European countries like Great Britain are warning of a second wave of Covid-19, and the US is also poised for more coronavirus cases as the northern hemisphere heads towards winter. In this episode of Inside Covid-19, we hear from our partners at Bloomberg how the US is preparing. Also in this episode, we examine evidence that reducing the viral dose of Covid-19 can reduce the severity of the disease. BizNews reporter Linda van Tilburg speaks to an international infectious diseases expert Dr Monica Gandhi of the University of California, about new studies that have explored whether face masks can really help to protect us from Covid-19. And, we take a look at how the creative industries are surviving, with Gwen Ansell, an Associate of the Gordon Institute for Business Science and a jazz specialist who speaks to us about how the South African music industry is adapting to the era of Covid-19. – Jarryd Neves & Jackie Cameron
Inside Covid-19 headlines
- Iran recorded its biggest spike in daily cases since the pandemic began, with 3,712 new infections, surpassing 3,574 cases reported on June 4, Health Ministry spokeswoman Sima Sadat Lari said on state TV. The death toll rose by 178 overnight, almost unchanged from 177 a day earlier, says Bloomberg.
- The World Health Organization is maintaining its guidance that people newly diagnosed with Covid-19 should isolate for 14 days, Margaret Harris, a WHO spokeswoman, said at a briefing in Geneva. France recently reduced such restrictions to seven days. While the average incubation period is five to six days, it may last as long as 12, Harris said. The WHO also recommends that people keep at least one meter (3.3 feet) apart from each other, and the more distance the better. Distance and time duration are key factors in transmission, Harris is reported by Bloomberg as saying.
- Europeans struggled to spend money in the midst of the coronavirus pandemic, sparking a surge in savings, according to the European Central Bank. With economies in lockdown and millions of consumers forced to stay at home, people in the euro area were unable — rather than unwilling — to consume as normal in the first half of the year, the ECB said in its economic bulletin published Tuesday. Economists across the globe are trying to gauge whether the crisis will lead to a prolonged period of weak demand. While the figures suggest that people weren’t necessarily holding on to cash for precautionary reasons, the ECB warned that could change, says Bloomberg.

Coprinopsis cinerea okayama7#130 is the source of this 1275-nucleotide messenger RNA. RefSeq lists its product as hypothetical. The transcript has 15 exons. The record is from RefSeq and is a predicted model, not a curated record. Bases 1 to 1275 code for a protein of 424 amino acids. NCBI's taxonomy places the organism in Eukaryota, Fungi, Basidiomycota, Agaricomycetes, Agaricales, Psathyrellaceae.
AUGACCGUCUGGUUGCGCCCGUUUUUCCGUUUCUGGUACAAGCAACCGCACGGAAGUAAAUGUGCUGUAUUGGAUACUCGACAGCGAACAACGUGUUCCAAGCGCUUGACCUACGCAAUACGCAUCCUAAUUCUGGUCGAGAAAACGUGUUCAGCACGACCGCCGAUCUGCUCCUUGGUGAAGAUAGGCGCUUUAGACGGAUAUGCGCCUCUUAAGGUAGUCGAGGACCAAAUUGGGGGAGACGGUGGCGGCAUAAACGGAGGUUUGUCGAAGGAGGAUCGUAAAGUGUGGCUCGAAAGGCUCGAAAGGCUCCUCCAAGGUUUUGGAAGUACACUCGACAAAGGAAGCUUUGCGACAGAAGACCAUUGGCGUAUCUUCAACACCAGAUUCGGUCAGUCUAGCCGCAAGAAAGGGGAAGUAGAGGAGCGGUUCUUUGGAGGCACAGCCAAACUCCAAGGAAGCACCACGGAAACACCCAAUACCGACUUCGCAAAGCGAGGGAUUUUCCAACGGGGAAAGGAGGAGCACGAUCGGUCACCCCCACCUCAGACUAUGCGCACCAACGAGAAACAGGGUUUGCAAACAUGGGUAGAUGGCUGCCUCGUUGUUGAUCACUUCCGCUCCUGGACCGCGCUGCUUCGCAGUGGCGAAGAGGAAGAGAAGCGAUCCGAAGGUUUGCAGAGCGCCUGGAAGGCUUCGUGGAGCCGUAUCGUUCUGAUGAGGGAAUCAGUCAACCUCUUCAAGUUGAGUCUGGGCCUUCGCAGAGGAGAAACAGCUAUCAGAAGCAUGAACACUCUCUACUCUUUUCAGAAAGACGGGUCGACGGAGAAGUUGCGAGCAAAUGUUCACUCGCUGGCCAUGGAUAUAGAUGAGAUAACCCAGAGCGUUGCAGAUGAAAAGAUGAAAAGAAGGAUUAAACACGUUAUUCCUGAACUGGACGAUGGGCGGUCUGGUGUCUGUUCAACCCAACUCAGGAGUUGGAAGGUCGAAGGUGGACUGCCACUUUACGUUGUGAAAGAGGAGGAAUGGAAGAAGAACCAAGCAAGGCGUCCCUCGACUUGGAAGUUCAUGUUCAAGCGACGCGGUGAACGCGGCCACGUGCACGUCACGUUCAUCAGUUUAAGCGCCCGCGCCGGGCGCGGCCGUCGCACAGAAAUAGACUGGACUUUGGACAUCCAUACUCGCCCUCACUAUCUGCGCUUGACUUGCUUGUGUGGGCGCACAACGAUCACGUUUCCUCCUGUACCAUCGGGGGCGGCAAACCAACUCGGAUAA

- The number of deaths linked to Covid-19 in England and Wales rose for the first time since April, says the newswire. Coronavirus-linked deaths rose 27% to 99 in the seven days through Sept. 11 from a week earlier, the Office for National Statistics said on Tuesday. Death registrations may have been lower in the previous week due to the bank holiday, the government agency said. People in the U.K. should work from home if possible as the country prepares to impose new measures on social distancing. ‘If it is possible for people to work from home, then we’d encourage them to do so,’ UK Cabinet Office minister Michael Gove told Sky News on Tuesday. The government will help people work from home and Gove said “no” when asked if it still wanted 80% of its officials back working in ministry offices. He confirmed a new measure to close hospitality venues at 10 p.m.
- India, the second-worst affected country, reported 75,083 new coronavirus infections in the lowest daily increase since Sept. 7, says Bloomberg. The latest numbers are down from more than 86,000 on Monday and new infections above 90,000 the previous four days, according to data compiled by Bloomberg. The nation’s case tally is has now reached 5.56 million while the coronavirus-related death toll is 88,935, according to government data.
- Hong Kong Disneyland Park will officially re-open on Friday with all guests required to undergo temperature screening and wear face masks. Guests will have to reserve their visit 7 days in advance although holders of the Magic Access annual pass can do so 1 day ahead, according to a notice on its website.
- Apple Inc. Chief Executive Officer Tim Cook said he’s been impressed by ability of employees to operate remotely and predicted that some new work habits will remain after the pandemic. Apple created products including new Apple Watches and iPads that are launching on time this year, despite the need for most employees to work away from the office due to Covid-19, Cook said during an interview at The Atlantic Festival on Monday. Cook said he doesn’t believe Apple will “return to the way we were because we’ve found that there are some things that actually work really well virtually”, reports Bloomberg. Cook said 10% to 15% of Apple employees have gone back to the office and he hopes the majority of staff can return to the company’s new campus in Silicon Valley sometime next year.